I had the opportunity early this year to travel to Malaysia on a Field Visit with the U.S. Fund for UNICEF. UNICEF takes corporate partners and donors on field visits periodically to share with their dedicated partners firsthand what UNICEF does in the field. HSN Cares launched as a national sponsor of Trick-or-Treat for UNICEF in the fall of 2013 and I was invited since I manage the national and global charity partnerships for HSN Cares.
During my trip, I was reminded about a question that I was often asked at the launch of my company’s campaign for UNICEF: “What about kids in our country?” It’s a question I heard the President and CEO of the U.S. Fund for UNICEF, Caryl Stern, answer so well, as she did all questions she was asked. Caryl said that there is no doubt that there are children in the United States in need. Clearly there is a need in many places within our borders but there is also an incredible safety net of governmental and non-governmental agencies there to help. Whereas in so many countries around the world there is no safety net. There aren’t food stamps or food banks, affordable health care or free public education. And these children without a safety net are not defined by their borders, they are defined by their AGE. They are kids without a voice and it’s our responsibility to help them. Because we can.
I started my journey by learning how UNICEF assists the Malaysian government in the poorest countries in the world but also in middle income countries that are prospering economically but where the social infrastructure is slow to catch up. Because of Malaysia’s status as middle income, UNICEF works mostly in the area of public policy, attempting to influence the government in the arena of Children’s Rights. They also work closely with other non-governmental organizations (NGOs) to assist these NGOs in working directly with children.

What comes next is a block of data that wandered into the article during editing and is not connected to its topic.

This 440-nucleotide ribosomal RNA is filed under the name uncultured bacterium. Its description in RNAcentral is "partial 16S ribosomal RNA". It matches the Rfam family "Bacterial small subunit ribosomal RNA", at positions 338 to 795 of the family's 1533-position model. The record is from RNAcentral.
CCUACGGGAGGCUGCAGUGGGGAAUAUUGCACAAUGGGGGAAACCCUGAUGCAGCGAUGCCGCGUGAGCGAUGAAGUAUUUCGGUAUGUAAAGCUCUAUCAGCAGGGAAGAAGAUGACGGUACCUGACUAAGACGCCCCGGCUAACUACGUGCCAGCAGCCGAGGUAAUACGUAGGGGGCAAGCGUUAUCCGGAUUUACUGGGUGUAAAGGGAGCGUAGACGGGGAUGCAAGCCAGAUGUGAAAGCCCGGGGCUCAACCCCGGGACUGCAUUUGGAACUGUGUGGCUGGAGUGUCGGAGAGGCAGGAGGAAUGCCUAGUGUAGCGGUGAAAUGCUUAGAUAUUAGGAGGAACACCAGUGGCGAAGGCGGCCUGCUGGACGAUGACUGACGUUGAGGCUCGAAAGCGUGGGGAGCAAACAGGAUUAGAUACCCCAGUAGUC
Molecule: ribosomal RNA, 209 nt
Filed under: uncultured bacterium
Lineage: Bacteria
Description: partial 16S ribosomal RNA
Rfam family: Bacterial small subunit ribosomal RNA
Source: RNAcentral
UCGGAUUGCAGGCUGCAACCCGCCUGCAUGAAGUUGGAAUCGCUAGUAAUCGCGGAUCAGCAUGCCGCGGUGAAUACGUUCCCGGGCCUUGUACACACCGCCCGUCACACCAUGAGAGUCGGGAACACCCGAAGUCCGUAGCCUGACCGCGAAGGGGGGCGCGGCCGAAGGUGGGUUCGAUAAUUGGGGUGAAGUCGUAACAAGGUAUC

Most of the policy work that I saw firsthand on my visit was around the education of unregistered children. These children are immigrants from poorer countries nearby Malaysia such as Indonesia and the Philippines. Because these children aren’t Malaysian, they are undocumented and therefore without access to education or healthcare. UNICEF is very focused on working with the Malaysian government to take responsibility for these children and provide them with basic rights.
The children you see here are from a community known as Sea Gypsies. This photo was taken in Lahad Datu, right after we had a beautiful dinner at a restaurant on the water. Our team was relaxed and enjoying some downtime after a long day of travel when we had the chance to meet these children.
They are some of the countless children in Malaysia who are undocumented. Meaning they have no birth certificates, no access to healthcare, no education. These kids live on the water and, historically, they have been part of the fishing industry but, in the wake of industrial fishing practices such as bombing for fish, they now represent fewer than 5% of the total fishing industry in their area.
These children live in extreme poverty like nothing I have ever seen. Young girls around 4 years old walking around completely nude were holding babies younger than 2 years of age, also without clothes on. They aren’t in a rural area; they are living on makeshift boats just 10 yards offshore of a decent sized town.
I was told a number of stories of these kids sniffing glue, right next to their parents (who aren’t educated and don’t know how dangerous it is) in order to subside hunger pains. For as little as 75 cents, dozens of kids can sniff a certain glue product and become high and ignore their hunger. There are examples of children as young as the age for 4 years doing this. This was an emotional experience for our whole group and something I was truly pained to witness.
UNICEF is advocating for these children with the Malaysian government. I know, from our own immigration struggles in the U.S., how challenging these issues can be to resolve but it’s the way to affect the most change. In middle income countries UNICEF must start at the top and encourage the government to recognize undocumented children, provide them with registration upon birth and access to basic education and healthcare. NGOs cannot bear the responsibility of these practices long-term and UNICEF’s position is that governments must take responsibility for their own.
It’s a long road to travel but it reminds me that we must “teach someone to fish” instead of “giving someone a fish”.
For more information on the U.S. Fund for UNICEF and how they are rated by some respected charity watchdog agencies, visit their website or their rating on Charity Navigator or the Better Business Bureau.